A Swedish poet, who suffered a stroke more than 20 years ago, has been awarded the Nobel Prize for Literature at the age of 80.
Tomas Transtroemer was named as the recipient by the Royal Swedish Academy, “because, through his condensed, translucent images, he gives us fresh access to reality”.
The prize, which was presented last year to Peruvian Mario Vargas Llosa, is only given to living writers and is worth SEK 10 million (EUR 1 million). Transtroemer, from Stockholm, is the first Swede to receive the accolade since it was shared by Harry Martinson and Eyvind Johnson in 1974.
A trained psychologist who once worked at a young offenders’ institute, Transtroemer has had trouble speaking since 1990 when he suffered a stroke. His poetry, described as “mystical, versatile and sad”, by Publishers Weekly, has been translated into more than 50 languages.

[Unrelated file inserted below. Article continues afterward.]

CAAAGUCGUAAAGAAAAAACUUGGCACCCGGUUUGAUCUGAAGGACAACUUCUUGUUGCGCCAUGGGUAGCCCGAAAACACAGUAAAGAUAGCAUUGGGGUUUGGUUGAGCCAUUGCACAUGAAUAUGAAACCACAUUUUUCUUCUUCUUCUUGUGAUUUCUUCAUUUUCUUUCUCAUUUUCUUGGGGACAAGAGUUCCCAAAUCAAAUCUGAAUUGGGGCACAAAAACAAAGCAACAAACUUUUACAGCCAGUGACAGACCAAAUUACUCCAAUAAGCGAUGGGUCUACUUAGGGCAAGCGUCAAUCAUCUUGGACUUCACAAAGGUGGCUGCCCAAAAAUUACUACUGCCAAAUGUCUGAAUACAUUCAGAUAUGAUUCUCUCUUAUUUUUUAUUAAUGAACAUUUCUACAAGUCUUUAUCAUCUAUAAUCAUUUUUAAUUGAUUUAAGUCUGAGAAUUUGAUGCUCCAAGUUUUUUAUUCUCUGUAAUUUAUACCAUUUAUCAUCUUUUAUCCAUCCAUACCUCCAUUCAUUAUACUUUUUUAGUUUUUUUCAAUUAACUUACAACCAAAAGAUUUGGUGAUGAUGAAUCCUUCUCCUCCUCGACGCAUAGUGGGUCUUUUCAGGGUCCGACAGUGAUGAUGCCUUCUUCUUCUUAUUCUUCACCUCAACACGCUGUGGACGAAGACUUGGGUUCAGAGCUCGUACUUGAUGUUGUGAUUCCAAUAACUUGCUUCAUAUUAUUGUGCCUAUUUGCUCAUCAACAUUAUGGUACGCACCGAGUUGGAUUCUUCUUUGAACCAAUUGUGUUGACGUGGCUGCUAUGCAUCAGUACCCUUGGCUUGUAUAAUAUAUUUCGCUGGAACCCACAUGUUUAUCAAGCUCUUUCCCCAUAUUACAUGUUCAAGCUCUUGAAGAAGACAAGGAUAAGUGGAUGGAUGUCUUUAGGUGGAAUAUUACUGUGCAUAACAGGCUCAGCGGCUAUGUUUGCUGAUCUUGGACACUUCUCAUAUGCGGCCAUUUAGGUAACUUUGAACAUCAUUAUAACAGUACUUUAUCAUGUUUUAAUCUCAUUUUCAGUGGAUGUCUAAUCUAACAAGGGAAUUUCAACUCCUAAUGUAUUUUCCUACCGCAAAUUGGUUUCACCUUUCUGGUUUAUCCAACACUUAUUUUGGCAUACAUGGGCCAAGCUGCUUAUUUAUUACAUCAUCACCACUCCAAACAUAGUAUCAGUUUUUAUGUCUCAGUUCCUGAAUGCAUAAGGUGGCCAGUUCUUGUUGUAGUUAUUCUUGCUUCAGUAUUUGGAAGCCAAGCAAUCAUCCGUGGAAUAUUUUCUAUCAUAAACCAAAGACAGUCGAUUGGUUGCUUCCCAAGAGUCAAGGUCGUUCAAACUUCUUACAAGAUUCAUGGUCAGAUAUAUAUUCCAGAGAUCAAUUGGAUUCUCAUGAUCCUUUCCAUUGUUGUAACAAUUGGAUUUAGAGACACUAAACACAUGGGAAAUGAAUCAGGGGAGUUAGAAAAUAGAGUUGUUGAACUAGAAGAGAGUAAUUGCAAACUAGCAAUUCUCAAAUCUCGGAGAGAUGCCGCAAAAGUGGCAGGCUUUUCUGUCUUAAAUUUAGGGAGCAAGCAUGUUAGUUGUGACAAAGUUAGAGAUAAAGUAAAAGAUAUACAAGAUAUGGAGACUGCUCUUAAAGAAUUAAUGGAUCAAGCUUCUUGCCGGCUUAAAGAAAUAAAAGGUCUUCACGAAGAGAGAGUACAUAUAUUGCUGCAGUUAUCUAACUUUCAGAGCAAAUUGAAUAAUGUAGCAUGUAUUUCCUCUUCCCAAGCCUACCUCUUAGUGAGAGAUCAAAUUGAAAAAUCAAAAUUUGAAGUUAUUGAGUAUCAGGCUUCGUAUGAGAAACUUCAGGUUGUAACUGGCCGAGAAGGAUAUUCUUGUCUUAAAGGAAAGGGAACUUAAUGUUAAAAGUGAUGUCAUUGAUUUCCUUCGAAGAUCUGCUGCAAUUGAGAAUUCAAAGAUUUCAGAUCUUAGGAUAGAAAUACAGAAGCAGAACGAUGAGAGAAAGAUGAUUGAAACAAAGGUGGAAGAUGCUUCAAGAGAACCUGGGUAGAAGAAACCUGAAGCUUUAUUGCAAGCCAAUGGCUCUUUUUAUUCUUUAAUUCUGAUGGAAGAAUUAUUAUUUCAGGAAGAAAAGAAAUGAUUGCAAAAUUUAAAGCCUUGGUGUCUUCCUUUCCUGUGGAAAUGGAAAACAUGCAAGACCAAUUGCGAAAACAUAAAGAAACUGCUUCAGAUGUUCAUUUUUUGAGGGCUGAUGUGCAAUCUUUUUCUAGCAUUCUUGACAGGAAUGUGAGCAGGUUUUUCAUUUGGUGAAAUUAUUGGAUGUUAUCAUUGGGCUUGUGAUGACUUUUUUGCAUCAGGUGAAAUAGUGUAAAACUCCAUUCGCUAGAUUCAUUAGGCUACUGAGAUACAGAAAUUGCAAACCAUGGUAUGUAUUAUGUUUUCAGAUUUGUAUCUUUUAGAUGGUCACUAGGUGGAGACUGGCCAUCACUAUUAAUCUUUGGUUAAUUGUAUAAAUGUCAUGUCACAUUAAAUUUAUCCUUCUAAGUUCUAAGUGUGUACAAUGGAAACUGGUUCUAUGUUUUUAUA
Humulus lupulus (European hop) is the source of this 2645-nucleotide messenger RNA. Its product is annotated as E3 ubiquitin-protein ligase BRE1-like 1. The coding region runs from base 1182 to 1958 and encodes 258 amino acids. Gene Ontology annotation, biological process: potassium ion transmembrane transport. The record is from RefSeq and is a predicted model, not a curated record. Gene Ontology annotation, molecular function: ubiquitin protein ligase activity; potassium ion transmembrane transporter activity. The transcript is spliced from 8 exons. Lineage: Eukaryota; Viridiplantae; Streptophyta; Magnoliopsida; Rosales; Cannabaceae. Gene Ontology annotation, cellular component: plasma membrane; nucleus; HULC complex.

Robin Fulton, who did much of the English translations, told the BBC, “You don’t feel quite the same after you’ve read it as you did before.”
He added, “Some of the Swedish I’ve learnt was learnt in the process of translating Tomas. You have to plunge in somewhere. When you’re in the mood it’s good until someone points out the mistakes you’ve made.”
Transtroemer’s first collection, Seventeen Poems, was published when he was just 23. In 2003, one of his pieces was read at the funeral service of murdered Swedish foreign minister Anna Lindh.